“Revolutionary Emancipation”: The Struggle for “All Women’s Rights” in Post-Independence Indonesia

Paula Hendrikx

PhD Candidate at the University of Melbourne

This paper examines how the progressive Indonesian Women’s Movement envisioned and advocated for a socialist feminist future in post-independence Indonesia using the language of ‘women’s rights’. First I will explore the movement’s own understanding of its position in the history of international women’s activism, based on internal documentation used for membership training courses. Then I will analyse how this imagination of the past related to their envisioning of the future. Demanding the ‘defence of all women’s rights’, their activist agenda encompassed a wide range of ‘women’s rights’ including demands that concerned peasants and agricultural workers specifically. As the only women’s organisation in Indonesia at the time ‘that could make a claim to represent poor women workers’ (Blackburn 2004), as well as poor peasant women, internal documentation of its visions of the past and future deserve reconsideration. Their wider definition of the struggle for women’s rights points to a socialist feminist agenda as expressed in the notion of ‘revolutionary emancipation’. By examining this notion, I aim to re-examine how women activists negotiated their visions of ‘feminist’ and socialist agendas, as related to their exceptional organisational efforts among peasant women in particular.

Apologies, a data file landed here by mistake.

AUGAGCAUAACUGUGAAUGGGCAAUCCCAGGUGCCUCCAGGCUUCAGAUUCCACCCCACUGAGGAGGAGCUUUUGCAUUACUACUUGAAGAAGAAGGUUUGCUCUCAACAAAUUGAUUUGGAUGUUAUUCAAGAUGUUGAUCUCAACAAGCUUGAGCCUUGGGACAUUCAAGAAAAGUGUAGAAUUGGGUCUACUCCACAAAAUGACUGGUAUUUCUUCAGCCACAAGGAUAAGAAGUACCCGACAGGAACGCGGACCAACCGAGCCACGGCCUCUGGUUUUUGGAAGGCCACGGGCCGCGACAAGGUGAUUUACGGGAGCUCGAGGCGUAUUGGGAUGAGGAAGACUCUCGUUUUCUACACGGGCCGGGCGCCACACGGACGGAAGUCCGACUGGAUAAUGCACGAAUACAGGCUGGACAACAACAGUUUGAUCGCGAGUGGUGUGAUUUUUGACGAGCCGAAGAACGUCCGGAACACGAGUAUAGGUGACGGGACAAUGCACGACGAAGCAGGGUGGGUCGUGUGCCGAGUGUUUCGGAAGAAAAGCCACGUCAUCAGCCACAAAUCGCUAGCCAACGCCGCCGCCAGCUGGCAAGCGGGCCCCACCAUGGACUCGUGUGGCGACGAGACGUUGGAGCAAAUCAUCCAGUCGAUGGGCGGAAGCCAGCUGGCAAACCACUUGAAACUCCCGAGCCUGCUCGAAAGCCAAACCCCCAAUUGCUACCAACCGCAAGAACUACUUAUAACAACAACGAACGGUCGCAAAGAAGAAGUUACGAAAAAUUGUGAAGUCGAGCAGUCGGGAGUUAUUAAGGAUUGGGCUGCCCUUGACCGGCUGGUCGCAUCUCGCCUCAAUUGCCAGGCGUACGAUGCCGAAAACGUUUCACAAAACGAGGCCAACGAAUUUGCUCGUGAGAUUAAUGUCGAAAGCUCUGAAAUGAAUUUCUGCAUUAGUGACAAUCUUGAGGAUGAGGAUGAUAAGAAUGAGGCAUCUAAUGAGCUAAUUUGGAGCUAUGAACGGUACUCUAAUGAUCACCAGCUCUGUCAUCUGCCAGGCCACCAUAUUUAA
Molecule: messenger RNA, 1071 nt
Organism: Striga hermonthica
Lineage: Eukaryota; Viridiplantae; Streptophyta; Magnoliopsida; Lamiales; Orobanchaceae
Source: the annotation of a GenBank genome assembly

Paula Hendrikx is a PhD candidate in History at the University of Melbourne. Her dissertation project examines women peasant activism in post-independence Indonesia, with a focus on the Guided Democracy period. Her research interests furthermore include oral history, public history and decolonisation, and memory studies.


The Asian Studies Association of Australia (ASAA) is the peak body of university experts and educators on Asia in Australia. Established in 1976, we promote and support the study of Asia in Australian universities and knowledge of Asia among the broader community. Our membership is drawn mainly from academics and students, but also includes industry and government Asia experts. We take a strong interest in promoting knowledge about Asia in schools and in contributing to state and Commonwealth government policies related to Asia. We provide informed comment on Asia to a broad public through our bulletin, Asian Currents, and specialist research articles in our journal, Asian Studies Review. Four book series published under our auspices cover Southeast Asia, South Asia, East Asia and Women in Asia.

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